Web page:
Another glorious sunny, blue sky winters day in Paris and lucky for me because I intended to sit on the open air top deck of the Canauxrama boat cruise that leaves from Bastille at the Porte de Paris Arsenal and cruise along Canal Saint Martin to Porte de Villette.
Immediately after we set off on board we entered the tunnels under Place de la Bastille. The gorgeous, ever smiling, hard working guide, spoke loudly and clearly … in French.
Thankfully after visiting the under ground tunnels in Provins, I had learned the word ‘souterrain’, the ‘French Historian’ had even explained how the word is broken up so I could learn how to pronounce it properly; sous for under and terrain; the ground. That is where my understanding began and ended.
Originally I had booked to take this tour the day after I arrived in Paris but due to canal works the tour was cancelled and I rescheduled for today. Maybe I had made a mistake with choosing the incorrect tour in French instead of English, but I don’t think this was the case and once again, the same as when I was under ground in Provins, I watched as people gasped and swung their heads from one side of the boat to the other.
Some of you might remember my excitement when I booked the ticket. I have been a spectator from the street but never taken a cruise before and the two and a half hour journey was still a load of fun.
Most of the people on board were French and the people you see here standing on the bridges would wave and sing out bonjour as we travelled through under each bridge.
Although it does bring the traffic to a halt when the road disappears, (as you can see above) to allow the boat to navigate the canal, everyone seems to stop anyway to watch. Fun for all.
One thing that I did understand was; while you listen to some music, you might like a glass of wine or a coffee.
I headed downstairs to notice the tour guide with the cordless microphone played tour guide, an efficient coffee maker and DJ, all the while with a large warm smile.
In the warmth of the covered cabin, sipping on a hot chocolate, I learned a little tip. If you choose to sit up the front, on the open air lower deck, be prepared to be sprayed with water as it splashes through the gates of the lock.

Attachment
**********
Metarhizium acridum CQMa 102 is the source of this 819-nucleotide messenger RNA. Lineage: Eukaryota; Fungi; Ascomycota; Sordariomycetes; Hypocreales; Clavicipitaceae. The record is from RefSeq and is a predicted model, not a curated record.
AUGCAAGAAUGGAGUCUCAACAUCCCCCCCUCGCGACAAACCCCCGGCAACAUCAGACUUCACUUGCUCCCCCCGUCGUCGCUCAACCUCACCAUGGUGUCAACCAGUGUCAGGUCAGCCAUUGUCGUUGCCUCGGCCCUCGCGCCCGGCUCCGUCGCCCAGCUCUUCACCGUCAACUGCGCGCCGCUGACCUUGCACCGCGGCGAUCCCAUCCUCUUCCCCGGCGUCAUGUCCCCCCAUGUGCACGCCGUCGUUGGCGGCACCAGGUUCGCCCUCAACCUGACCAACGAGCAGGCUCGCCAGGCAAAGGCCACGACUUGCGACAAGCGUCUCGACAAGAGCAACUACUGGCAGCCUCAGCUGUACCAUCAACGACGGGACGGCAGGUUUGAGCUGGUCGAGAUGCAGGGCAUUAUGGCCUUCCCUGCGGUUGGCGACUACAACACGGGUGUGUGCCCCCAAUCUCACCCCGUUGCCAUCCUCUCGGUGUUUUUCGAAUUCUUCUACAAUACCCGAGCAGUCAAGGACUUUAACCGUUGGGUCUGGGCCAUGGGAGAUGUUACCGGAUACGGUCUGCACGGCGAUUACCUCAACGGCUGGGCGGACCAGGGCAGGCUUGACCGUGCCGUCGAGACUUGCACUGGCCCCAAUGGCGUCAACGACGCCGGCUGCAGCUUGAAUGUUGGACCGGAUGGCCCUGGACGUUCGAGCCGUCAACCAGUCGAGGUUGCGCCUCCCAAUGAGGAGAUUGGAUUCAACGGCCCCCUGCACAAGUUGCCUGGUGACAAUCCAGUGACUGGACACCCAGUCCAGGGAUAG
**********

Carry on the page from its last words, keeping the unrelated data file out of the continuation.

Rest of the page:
Just over a couple of hours later we arrived at Parc de la Villette.
Last time I was here was to see a concert at the Zenith Theatre at night, so I was really excited to see the Cité des sciences et de l’industrie in the daylight, well, almost daylight, the fading daylight that is.
Wandering around the park, making my way to the new Philharmonie de Paris, I watched children whizz about on fair ground rides squealing with glee and everyone enjoying the unusual warmer weather.
Admiring the new concert hall from almost every angle, my only disappointment was that I didn’t bring my tripod along.
The new concert hall, almost 10 years later since it’s inception is spectacular and offered a great scene as dark fell upon Paris.
Now the challenge was to find my way home.
Earlier I had noticed signs pointing to the metro but nearby I spotted busses and trams. I knew the tram would take me to at least Republique but afterwards, it would either be a long walk or a metro ride for the rest of the journey.
Starting to feel a bit miserable, I had had a sore throat for the last few days and now a leaking nose that I couldn’t ignore. It seems I had caught a cold.
Doubting whether the bus would be heading to where I wanted to go, but the thought of sitting in the warmth encouraged me to check it out and I was in luck!
Sniffling away from the warmth of the bus, as we approached Republique, I was grateful that I didn’t have much further to go and yet, like lightening speed I jumped up and off the bus as if someone had put firecrackers down my pants.
Joining the crowds gathered around the statue of Marianne at the Place de la Republique, tributes spread around the entire base of the monument, candles and tea lights flickering in the breeze, I paid my respects to the people who were harmed, effected and killed during the Paris attacks.
Photographs of the lives lost, protests about terrorism, greed and oil, everyone was having their say.
Despite being a ban on public gatherings, how can you stop people wanting to grieve and mourn.
Deciding that one Pastis at my favourite bar was in order before heading home, I was disappointed to find that there were too many people in there for my liking.
I kept walking to L’Etoile Manquante, remembering that I still hadn’t said hello to my darling mate Everiste.
Although feeling a bit miserable from the cold, Everiste’s face lit up like a ray of sunshine when I walked in the door. A kiss for both cheeks were offered, but leaning away I warned him that I am sick. Ce n’est pas grave, it doesn’t matter, he repeated twice and planted two warm kisses for each cheek. He whipped up a little free snack for me and asked if I would return tomorrow.